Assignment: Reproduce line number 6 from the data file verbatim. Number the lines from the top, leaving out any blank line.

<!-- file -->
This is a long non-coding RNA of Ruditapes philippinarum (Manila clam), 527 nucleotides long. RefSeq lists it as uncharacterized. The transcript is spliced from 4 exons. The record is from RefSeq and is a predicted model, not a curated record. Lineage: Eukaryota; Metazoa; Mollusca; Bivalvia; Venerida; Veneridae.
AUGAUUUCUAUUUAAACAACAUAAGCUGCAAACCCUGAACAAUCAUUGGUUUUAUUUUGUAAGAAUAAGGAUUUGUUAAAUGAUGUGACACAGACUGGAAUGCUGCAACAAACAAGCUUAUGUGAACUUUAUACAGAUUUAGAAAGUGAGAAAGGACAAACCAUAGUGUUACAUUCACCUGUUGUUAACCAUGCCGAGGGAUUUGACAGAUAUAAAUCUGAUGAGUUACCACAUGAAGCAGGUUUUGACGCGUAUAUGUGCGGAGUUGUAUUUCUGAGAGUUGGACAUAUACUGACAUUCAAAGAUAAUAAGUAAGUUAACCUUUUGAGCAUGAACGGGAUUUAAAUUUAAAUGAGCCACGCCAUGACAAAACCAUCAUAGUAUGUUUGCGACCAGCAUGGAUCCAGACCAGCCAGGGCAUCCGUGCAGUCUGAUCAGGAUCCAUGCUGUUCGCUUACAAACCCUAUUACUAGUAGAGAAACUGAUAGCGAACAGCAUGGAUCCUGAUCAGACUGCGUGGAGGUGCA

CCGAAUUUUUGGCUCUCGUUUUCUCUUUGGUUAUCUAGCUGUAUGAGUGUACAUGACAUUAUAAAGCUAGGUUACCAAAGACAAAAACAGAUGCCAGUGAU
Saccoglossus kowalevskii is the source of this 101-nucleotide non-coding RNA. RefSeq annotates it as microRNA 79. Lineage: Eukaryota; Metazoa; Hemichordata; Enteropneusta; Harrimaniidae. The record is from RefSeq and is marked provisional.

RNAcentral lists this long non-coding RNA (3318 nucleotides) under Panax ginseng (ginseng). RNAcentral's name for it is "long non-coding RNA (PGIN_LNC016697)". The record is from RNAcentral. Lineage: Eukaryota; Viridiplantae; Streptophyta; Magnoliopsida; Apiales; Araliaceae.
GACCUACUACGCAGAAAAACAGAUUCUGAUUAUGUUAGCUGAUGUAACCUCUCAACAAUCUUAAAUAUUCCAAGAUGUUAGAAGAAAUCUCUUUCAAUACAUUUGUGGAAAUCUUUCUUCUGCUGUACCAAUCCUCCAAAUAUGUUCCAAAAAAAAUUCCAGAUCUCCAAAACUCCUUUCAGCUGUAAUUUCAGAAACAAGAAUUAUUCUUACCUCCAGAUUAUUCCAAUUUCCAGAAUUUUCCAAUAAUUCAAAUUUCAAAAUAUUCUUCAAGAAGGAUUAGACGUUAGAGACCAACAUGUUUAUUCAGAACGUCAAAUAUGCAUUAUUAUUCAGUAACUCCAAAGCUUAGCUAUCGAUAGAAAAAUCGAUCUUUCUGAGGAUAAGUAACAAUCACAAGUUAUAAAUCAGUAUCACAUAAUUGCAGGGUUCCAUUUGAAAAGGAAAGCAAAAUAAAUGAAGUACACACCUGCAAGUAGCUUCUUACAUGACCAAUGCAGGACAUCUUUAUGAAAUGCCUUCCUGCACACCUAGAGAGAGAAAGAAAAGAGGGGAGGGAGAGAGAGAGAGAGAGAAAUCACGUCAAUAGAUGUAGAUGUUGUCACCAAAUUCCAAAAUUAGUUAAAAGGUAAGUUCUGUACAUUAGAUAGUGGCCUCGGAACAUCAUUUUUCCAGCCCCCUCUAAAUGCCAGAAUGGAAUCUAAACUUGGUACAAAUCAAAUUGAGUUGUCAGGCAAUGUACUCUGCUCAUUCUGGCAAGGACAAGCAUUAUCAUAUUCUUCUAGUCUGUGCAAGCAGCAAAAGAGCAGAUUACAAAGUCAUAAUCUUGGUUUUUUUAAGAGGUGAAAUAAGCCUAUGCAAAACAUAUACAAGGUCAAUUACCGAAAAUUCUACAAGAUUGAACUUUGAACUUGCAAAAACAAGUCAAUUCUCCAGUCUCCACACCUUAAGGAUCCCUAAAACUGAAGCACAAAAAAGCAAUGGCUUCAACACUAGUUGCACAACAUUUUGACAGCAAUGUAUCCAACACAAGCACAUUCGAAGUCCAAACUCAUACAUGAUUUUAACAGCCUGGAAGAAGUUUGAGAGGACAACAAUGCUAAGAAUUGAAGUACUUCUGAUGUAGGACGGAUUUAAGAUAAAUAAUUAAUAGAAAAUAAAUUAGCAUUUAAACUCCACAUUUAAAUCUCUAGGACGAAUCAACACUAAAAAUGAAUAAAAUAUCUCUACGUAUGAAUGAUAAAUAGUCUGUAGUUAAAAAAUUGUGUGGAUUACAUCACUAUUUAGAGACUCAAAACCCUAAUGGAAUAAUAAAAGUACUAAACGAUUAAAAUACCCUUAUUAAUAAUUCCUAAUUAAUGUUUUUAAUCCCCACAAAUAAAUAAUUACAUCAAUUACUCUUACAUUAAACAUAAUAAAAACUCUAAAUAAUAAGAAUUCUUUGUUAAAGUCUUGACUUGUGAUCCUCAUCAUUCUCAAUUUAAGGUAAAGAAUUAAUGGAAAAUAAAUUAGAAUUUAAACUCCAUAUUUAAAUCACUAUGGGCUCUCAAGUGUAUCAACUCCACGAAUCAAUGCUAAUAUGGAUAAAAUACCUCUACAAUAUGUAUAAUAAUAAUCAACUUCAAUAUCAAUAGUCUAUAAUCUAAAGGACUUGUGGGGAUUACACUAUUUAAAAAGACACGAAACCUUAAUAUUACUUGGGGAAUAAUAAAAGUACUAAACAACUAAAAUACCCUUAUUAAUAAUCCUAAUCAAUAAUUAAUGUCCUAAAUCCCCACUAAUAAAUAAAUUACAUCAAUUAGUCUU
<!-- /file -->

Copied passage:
GACCUACUACGCAGAAAAACAGAUUCUGAUUAUGUUAGCUGAUGUAACCUCUCAACAAUCUUAAAUAUUCCAAGAUGUUAGAAGAAAUCUCUUUCAAUACAUUUGUGGAAAUCUUUCUUCUGCUGUACCAAUCCUCCAAAUAUGUUCCAAAAAAAAUUCCAGAUCUCCAAAACUCCUUUCAGCUGUAAUUUCAGAAACAAGAAUUAUUCUUACCUCCAGAUUAUUCCAAUUUCCAGAAUUUUCCAAUAAUUCAAAUUUCAAAAUAUUCUUCAAGAAGGAUUAGACGUUAGAGACCAACAUGUUUAUUCAGAACGUCAAAUAUGCAUUAUUAUUCAGUAACUCCAAAGCUUAGCUAUCGAUAGAAAAAUCGAUCUUUCUGAGGAUAAGUAACAAUCACAAGUUAUAAAUCAGUAUCACAUAAUUGCAGGGUUCCAUUUGAAAAGGAAAGCAAAAUAAAUGAAGUACACACCUGCAAGUAGCUUCUUACAUGACCAAUGCAGGACAUCUUUAUGAAAUGCCUUCCUGCACACCUAGAGAGAGAAAGAAAAGAGGGGAGGGAGAGAGAGAGAGAGAGAAAUCACGUCAAUAGAUGUAGAUGUUGUCACCAAAUUCCAAAAUUAGUUAAAAGGUAAGUUCUGUACAUUAGAUAGUGGCCUCGGAACAUCAUUUUUCCAGCCCCCUCUAAAUGCCAGAAUGGAAUCUAAACUUGGUACAAAUCAAAUUGAGUUGUCAGGCAAUGUACUCUGCUCAUUCUGGCAAGGACAAGCAUUAUCAUAUUCUUCUAGUCUGUGCAAGCAGCAAAAGAGCAGAUUACAAAGUCAUAAUCUUGGUUUUUUUAAGAGGUGAAAUAAGCCUAUGCAAAACAUAUACAAGGUCAAUUACCGAAAAUUCUACAAGAUUGAACUUUGAACUUGCAAAAACAAGUCAAUUCUCCAGUCUCCACACCUUAAGGAUCCCUAAAACUGAAGCACAAAAAAGCAAUGGCUUCAACACUAGUUGCACAACAUUUUGACAGCAAUGUAUCCAACACAAGCACAUUCGAAGUCCAAACUCAUACAUGAUUUUAACAGCCUGGAAGAAGUUUGAGAGGACAACAAUGCUAAGAAUUGAAGUACUUCUGAUGUAGGACGGAUUUAAGAUAAAUAAUUAAUAGAAAAUAAAUUAGCAUUUAAACUCCACAUUUAAAUCUCUAGGACGAAUCAACACUAAAAAUGAAUAAAAUAUCUCUACGUAUGAAUGAUAAAUAGUCUGUAGUUAAAAAAUUGUGUGGAUUACAUCACUAUUUAGAGACUCAAAACCCUAAUGGAAUAAUAAAAGUACUAAACGAUUAAAAUACCCUUAUUAAUAAUUCCUAAUUAAUGUUUUUAAUCCCCACAAAUAAAUAAUUACAUCAAUUACUCUUACAUUAAACAUAAUAAAAACUCUAAAUAAUAAGAAUUCUUUGUUAAAGUCUUGACUUGUGAUCCUCAUCAUUCUCAAUUUAAGGUAAAGAAUUAAUGGAAAAUAAAUUAGAAUUUAAACUCCAUAUUUAAAUCACUAUGGGCUCUCAAGUGUAUCAACUCCACGAAUCAAUGCUAAUAUGGAUAAAAUACCUCUACAAUAUGUAUAAUAAUAAUCAACUUCAAUAUCAAUAGUCUAUAAUCUAAAGGACUUGUGGGGAUUACACUAUUUAAAAAGACACGAAACCUUAAUAUUACUUGGGGAAUAAUAAAAGUACUAAACAACUAAAAUACCCUUAUUAAUAAUCCUAAUCAAUAAUUAAUGUCCUAAAUCCCCACUAAUAAAUAAAUUACAUCAAUUAGUCUU